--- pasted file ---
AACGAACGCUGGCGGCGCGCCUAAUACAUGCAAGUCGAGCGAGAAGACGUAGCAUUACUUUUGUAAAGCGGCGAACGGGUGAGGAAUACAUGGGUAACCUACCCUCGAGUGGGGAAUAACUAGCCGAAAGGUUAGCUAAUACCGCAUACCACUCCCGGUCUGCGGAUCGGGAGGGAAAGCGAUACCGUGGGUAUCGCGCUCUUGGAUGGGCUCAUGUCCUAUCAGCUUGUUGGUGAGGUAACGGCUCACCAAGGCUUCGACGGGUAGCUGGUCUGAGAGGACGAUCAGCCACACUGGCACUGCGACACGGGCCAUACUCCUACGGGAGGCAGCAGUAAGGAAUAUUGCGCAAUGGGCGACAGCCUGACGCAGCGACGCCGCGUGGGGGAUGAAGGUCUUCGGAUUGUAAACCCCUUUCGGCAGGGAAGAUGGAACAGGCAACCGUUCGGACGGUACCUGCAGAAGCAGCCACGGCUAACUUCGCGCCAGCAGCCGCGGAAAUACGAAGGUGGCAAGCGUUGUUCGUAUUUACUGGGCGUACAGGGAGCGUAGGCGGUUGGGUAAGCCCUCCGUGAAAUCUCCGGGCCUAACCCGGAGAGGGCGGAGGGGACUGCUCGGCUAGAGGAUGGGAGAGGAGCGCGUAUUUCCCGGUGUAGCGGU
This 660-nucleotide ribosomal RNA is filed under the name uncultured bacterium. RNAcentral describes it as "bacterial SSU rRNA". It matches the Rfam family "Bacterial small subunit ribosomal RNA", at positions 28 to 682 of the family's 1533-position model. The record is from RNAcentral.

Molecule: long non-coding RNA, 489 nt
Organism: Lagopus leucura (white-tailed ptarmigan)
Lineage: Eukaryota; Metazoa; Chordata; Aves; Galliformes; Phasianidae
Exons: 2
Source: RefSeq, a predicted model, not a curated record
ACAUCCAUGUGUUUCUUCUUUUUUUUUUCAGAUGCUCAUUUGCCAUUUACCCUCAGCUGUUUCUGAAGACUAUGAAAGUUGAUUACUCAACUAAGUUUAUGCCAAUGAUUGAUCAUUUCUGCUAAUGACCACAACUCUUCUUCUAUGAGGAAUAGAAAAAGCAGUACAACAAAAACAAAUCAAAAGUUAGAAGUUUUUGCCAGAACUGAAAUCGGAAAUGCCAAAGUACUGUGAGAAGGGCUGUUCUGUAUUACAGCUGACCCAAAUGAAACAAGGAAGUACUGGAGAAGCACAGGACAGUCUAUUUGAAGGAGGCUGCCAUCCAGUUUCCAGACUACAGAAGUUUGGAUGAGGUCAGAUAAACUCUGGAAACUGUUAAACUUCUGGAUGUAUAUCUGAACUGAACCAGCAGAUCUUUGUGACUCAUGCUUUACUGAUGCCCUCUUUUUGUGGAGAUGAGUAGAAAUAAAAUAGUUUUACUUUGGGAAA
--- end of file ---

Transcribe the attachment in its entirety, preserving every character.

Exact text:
AACGAACGCUGGCGGCGCGCCUAAUACAUGCAAGUCGAGCGAGAAGACGUAGCAUUACUUUUGUAAAGCGGCGAACGGGUGAGGAAUACAUGGGUAACCUACCCUCGAGUGGGGAAUAACUAGCCGAAAGGUUAGCUAAUACCGCAUACCACUCCCGGUCUGCGGAUCGGGAGGGAAAGCGAUACCGUGGGUAUCGCGCUCUUGGAUGGGCUCAUGUCCUAUCAGCUUGUUGGUGAGGUAACGGCUCACCAAGGCUUCGACGGGUAGCUGGUCUGAGAGGACGAUCAGCCACACUGGCACUGCGACACGGGCCAUACUCCUACGGGAGGCAGCAGUAAGGAAUAUUGCGCAAUGGGCGACAGCCUGACGCAGCGACGCCGCGUGGGGGAUGAAGGUCUUCGGAUUGUAAACCCCUUUCGGCAGGGAAGAUGGAACAGGCAACCGUUCGGACGGUACCUGCAGAAGCAGCCACGGCUAACUUCGCGCCAGCAGCCGCGGAAAUACGAAGGUGGCAAGCGUUGUUCGUAUUUACUGGGCGUACAGGGAGCGUAGGCGGUUGGGUAAGCCCUCCGUGAAAUCUCCGGGCCUAACCCGGAGAGGGCGGAGGGGACUGCUCGGCUAGAGGAUGGGAGAGGAGCGCGUAUUUCCCGGUGUAGCGGU
This 660-nucleotide ribosomal RNA is filed under the name uncultured bacterium. RNAcentral describes it as "bacterial SSU rRNA". It matches the Rfam family "Bacterial small subunit ribosomal RNA", at positions 28 to 682 of the family's 1533-position model. The record is from RNAcentral.

Molecule: long non-coding RNA, 489 nt
Organism: Lagopus leucura (white-tailed ptarmigan)
Lineage: Eukaryota; Metazoa; Chordata; Aves; Galliformes; Phasianidae
Exons: 2
Source: RefSeq, a predicted model, not a curated record
ACAUCCAUGUGUUUCUUCUUUUUUUUUUCAGAUGCUCAUUUGCCAUUUACCCUCAGCUGUUUCUGAAGACUAUGAAAGUUGAUUACUCAACUAAGUUUAUGCCAAUGAUUGAUCAUUUCUGCUAAUGACCACAACUCUUCUUCUAUGAGGAAUAGAAAAAGCAGUACAACAAAAACAAAUCAAAAGUUAGAAGUUUUUGCCAGAACUGAAAUCGGAAAUGCCAAAGUACUGUGAGAAGGGCUGUUCUGUAUUACAGCUGACCCAAAUGAAACAAGGAAGUACUGGAGAAGCACAGGACAGUCUAUUUGAAGGAGGCUGCCAUCCAGUUUCCAGACUACAGAAGUUUGGAUGAGGUCAGAUAAACUCUGGAAACUGUUAAACUUCUGGAUGUAUAUCUGAACUGAACCAGCAGAUCUUUGUGACUCAUGCUUUACUGAUGCCCUCUUUUUGUGGAGAUGAGUAGAAAUAAAAUAGUUUUACUUUGGGAAA